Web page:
And Just When I Thought All the Scars Had Healed

The other day the telephone rang. I didn’t recognize the number so I figured it was someone else trying to sell me something I didn’t need.
“Is Janet Cowling there?” a woman’s voice asked.
This is one of those button pushing questions that sends me through the roof because my wife Janet died three years ago.
“My wife died three years ago! Why don’t you people go to the trouble of updating your call lists? Have you no shame? Have you no decency? What are you trying to sell me anyway?”
The woman’s voice became tiny. “I’m not trying to sell anything. I worked with Janet in the probation office in Belton, Texas, thirty years. I was her secretary. I was just thinking about her recently and wanted to talk to her.”
All of a sudden I was reduced to the size of a piss ant. No, piss ants towered over me.
“Oh my goodness,” I gushed. “I’m so sorry. It’s just I get these calls asking for her and that make me angry.”
“I get those too and I get angry too.” She was being very nice to me, and I felt like a heel. “It hurts me to hear that she is gone.”
“She had breast cancer,” I explained. “She went through chemotherapy, double mastectomy and radiation treatments. She had about two weeks she felt well enough to drive herself to go Christmas shopping. She came hope and wrapped presents. She kept saying, ‘This is so much fun. This is so much fun.’ The next morning she awoke with a blinding headache and dizziness. She couldn’t even stand up. I took her to the doctor and found the cancer had metastasized to her brain. She died three weeks later.”
“I’m so sorry to hear that. She was so sweet to everybody. Another girl in the office, Lorena, had asked about her too.”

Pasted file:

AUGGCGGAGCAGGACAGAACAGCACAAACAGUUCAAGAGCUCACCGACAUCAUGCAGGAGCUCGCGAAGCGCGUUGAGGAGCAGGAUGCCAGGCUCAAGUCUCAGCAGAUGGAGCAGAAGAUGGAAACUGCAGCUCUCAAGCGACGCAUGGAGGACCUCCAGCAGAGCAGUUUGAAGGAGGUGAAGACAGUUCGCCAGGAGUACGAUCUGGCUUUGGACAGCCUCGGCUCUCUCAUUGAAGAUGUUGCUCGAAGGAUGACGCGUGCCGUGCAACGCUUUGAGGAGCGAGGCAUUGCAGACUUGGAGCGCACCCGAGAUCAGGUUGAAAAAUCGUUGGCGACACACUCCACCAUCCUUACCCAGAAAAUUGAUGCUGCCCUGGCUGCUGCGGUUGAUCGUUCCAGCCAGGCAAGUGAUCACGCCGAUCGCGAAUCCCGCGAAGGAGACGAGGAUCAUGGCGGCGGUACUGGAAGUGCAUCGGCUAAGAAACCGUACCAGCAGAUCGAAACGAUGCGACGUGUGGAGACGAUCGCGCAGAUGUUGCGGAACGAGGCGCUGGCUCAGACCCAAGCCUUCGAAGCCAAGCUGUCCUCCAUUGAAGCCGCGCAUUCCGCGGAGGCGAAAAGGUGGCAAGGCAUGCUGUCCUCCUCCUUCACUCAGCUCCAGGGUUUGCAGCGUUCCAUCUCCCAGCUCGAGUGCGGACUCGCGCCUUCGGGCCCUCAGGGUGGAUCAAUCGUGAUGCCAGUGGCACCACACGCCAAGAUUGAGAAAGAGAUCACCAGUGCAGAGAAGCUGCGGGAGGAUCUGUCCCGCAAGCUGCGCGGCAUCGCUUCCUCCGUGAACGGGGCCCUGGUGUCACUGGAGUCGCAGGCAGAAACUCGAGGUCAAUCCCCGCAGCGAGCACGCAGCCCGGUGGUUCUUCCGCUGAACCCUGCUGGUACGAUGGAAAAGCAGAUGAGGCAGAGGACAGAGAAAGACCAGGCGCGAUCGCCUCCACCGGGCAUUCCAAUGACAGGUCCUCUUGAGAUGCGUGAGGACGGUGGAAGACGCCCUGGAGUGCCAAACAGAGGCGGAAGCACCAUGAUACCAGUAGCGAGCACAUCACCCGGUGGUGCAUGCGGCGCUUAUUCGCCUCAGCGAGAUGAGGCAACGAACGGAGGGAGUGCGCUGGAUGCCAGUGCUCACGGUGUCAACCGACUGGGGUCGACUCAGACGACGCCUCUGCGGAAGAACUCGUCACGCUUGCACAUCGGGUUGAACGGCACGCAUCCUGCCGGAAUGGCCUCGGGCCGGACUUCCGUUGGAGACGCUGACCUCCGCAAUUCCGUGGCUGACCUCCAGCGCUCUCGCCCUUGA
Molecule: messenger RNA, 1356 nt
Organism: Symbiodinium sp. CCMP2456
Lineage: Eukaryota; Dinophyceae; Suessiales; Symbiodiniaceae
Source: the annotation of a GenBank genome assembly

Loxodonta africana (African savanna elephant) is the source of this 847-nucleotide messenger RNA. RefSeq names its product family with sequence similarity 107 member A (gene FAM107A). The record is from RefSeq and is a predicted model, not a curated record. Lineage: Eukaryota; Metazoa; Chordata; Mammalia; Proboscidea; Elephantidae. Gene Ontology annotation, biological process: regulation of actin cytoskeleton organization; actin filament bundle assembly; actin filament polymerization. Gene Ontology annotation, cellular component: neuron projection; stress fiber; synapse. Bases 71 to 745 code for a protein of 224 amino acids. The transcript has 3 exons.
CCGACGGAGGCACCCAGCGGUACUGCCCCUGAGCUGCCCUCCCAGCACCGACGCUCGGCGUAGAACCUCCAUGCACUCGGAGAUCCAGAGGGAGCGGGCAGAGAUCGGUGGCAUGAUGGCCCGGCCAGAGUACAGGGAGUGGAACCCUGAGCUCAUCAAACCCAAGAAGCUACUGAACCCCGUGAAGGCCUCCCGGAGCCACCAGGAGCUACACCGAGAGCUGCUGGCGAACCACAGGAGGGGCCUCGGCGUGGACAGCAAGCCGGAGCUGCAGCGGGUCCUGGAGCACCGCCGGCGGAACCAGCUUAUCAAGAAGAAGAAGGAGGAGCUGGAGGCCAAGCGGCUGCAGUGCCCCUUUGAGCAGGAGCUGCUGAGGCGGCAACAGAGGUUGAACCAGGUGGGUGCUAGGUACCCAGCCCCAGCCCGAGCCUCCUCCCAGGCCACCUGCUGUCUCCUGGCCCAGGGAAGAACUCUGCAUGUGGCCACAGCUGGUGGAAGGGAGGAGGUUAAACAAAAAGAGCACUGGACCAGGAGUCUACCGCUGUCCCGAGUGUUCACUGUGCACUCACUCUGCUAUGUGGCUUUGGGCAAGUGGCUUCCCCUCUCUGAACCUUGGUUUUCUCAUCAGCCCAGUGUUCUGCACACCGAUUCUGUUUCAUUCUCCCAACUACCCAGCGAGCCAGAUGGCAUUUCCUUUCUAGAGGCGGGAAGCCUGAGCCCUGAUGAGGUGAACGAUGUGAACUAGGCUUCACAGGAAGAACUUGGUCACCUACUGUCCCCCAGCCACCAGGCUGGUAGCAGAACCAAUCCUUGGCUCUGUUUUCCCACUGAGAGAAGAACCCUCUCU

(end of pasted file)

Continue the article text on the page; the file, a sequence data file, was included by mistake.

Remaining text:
As a side note, Janet always thought Lorena hated her because she gave her so many probation reports to type.
“I remember one time we had lunch at our desks,” the woman continued, “and we decided to go down to the candy machine and get a chocolate bar. It was so good we decided to get two more. We ended up eating a total of six chocolate bars!”
That sounded just like my Janet. Even though she was an officer she never had any pretense of adhering to some unwritten rule that officers couldn’t be friends with the secretaries. And she loved her chocolate bars.
“I thought it was awful the way some people treated her,” the woman continued. “But she never got upset.”
This was true also. There was a lot of office politics over who would get the next promotion. Janet had the best skills so she became the butt of jokes to make her look worse. Sure, she would be disappointed but she never let it get her down nor did she take it out on anyone.
Of course, I felt a need to apologize again. She was very gracious. After she hung up, I realized why my temper had such a short fuse that day. Recently, my 18-year-old Chihuahua Tootz died. She was the last pet Janet and I had. Each evening when Janet came home from work Tootz would sleep on her lap. We brought her to bed with us, and she always snuggled up next to Janet.
Tootz’ death was just one more connection to my wife of 44 years that was gone. Grieving came back for a short visit. My main weapon fighting the mourning process is to remember there can be no grieving without great, deep longstanding love and joy. And I would not give up one moment of love and joy to avoid the grief.

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